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Prognostic factors in uterine cervical carcinoma: a clinicopathological analysis
  1. R. J. Hale*,2,
  2. F. L. Wilcox*,
  3. C. H. Buckley1,
  4. V. R. Tindall,
  5. W. D.J. Ryder and
  6. J. P. Logueh
  1. 1 Department of Histopathology, St Mary's Hospital, Manchester
  2. 2 Department of Histopathology, St Mary's Hospital, Manchester M13 0JH, UK.
  3. University Department of Obstetrics and Gynaecology, St Mary's Hospital, Manchester
  4. * Department of Obstetrics and Gynaecology, Royal Victoria Hospital, Blackpool
  5. Department of Medical Statistics, Christie Hospital and Holt Radium Institute, Manchester, UK
  6. Department of Radiotherapy and Oncology, Christie Hospital and Holt Radium Institute, Manchester, UK


A clinicopathological analysis of 235 patients with stage IB/IIA cervical carcinoma was performed. These patients represent all those treated between 1975 and 1989 inclusive by primary Wertheim's hysterectomy at St Mary's Hospital, Manchester. We found that a significantly higher proportion of tumors from patients under 40 years of age contained mucin and that overall the adenosquamous carcinomas had a significantly greater incidence of lymph node metastases (P= 0.00049). Pelvic lymph node metastases had no effect on prognosis in these adenosquamous carcinomas but did in squamous carcinomas (P= 0.0004) and adenocarcinomas (P= 0.0001). Univariate log-rank analysis showed that variables associated with survival were: pregnancy at diagnosis (P= 0.0238), lymphatic permeation (P < 0.0001), vascular permeation (P < 0.0001), lymph node metastases (P < 0.0001), tumor volume (P < 0.0001), canal length of tumor (P= 0.0009), cervical stromal tumor-free rim (P= 0.0027), parametrial extension (P= 0.0008) and adequacy of excision (P= 0.0389). In a multivariate regression analysis (Cox's regression model) lymphatic permeation, tumor volume, pregnancy at diagnosis and lymph node metastases were independent prognostic variables.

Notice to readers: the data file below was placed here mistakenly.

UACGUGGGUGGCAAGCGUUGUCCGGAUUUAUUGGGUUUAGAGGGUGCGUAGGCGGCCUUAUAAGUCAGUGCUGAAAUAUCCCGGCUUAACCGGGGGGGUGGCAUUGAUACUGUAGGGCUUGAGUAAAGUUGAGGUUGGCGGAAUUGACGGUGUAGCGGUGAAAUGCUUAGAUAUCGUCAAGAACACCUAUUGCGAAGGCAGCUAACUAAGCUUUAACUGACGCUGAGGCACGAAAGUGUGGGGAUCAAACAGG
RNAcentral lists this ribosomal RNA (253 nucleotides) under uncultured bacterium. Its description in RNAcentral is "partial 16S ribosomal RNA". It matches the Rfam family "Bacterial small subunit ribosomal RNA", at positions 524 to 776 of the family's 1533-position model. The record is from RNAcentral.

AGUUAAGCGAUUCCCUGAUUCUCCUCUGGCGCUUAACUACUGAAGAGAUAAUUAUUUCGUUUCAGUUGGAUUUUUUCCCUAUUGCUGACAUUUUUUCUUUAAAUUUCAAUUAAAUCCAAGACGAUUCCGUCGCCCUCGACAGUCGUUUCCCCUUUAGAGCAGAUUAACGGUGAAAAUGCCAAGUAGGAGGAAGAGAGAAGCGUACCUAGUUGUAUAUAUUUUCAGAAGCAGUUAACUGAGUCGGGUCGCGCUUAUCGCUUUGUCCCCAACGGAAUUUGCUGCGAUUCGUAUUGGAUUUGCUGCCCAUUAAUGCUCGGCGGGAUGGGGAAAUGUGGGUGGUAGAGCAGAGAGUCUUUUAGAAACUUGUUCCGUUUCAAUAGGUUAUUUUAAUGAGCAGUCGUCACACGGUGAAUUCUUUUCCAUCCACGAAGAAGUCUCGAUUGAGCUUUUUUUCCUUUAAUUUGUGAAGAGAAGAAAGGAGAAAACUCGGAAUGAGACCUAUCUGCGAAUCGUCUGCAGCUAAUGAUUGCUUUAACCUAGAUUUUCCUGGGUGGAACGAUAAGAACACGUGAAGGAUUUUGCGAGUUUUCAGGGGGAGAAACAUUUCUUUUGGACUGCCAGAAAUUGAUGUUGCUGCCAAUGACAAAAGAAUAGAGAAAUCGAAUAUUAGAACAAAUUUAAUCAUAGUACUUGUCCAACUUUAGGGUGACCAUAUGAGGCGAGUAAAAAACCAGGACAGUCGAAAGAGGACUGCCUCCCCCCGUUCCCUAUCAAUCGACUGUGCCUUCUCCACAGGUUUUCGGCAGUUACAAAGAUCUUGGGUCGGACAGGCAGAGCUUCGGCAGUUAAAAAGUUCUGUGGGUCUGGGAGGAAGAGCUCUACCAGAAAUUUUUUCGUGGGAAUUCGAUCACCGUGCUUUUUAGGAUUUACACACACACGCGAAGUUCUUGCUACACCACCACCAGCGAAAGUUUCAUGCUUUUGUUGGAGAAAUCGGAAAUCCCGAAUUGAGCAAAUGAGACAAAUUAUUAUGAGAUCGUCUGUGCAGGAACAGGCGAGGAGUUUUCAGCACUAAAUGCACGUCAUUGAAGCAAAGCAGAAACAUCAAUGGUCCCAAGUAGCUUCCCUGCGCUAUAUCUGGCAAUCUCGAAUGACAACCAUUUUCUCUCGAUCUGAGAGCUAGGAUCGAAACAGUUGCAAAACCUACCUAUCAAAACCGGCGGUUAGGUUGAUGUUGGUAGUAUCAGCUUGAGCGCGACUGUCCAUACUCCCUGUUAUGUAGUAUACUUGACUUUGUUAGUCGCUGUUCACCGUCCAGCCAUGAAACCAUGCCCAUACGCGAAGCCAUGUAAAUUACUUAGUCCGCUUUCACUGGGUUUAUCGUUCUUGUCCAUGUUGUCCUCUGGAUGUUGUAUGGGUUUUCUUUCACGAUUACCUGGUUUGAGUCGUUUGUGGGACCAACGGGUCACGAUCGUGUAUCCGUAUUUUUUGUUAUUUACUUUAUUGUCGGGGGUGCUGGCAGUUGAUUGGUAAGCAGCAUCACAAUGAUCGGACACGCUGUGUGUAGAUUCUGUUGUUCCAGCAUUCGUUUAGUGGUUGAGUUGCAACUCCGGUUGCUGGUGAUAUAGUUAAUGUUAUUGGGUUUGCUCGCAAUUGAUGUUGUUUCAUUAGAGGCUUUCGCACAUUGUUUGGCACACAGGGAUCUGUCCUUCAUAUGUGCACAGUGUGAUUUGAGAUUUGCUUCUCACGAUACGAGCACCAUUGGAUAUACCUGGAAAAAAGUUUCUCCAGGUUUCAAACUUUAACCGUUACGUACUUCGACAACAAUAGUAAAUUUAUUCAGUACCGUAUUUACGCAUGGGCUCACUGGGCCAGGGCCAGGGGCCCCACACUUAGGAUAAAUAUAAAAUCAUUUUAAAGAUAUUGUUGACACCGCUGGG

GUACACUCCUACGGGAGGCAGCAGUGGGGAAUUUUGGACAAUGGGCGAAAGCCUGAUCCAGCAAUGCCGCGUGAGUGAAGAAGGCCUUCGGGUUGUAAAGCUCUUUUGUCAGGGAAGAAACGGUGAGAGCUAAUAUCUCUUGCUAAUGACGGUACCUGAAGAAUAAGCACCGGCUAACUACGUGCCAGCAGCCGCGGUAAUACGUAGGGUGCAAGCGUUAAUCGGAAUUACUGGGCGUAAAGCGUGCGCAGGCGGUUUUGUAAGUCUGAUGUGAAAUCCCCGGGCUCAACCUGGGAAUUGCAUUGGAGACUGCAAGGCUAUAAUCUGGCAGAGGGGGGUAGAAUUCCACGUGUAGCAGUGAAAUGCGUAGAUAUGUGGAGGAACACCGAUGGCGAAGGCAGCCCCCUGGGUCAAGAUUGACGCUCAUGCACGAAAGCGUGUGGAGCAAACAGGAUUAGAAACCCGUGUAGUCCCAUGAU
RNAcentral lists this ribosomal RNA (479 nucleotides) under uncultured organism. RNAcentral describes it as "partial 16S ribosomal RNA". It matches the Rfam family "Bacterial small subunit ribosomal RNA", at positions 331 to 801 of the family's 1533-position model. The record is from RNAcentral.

• cervical carcinoma
  • prognostic factors.

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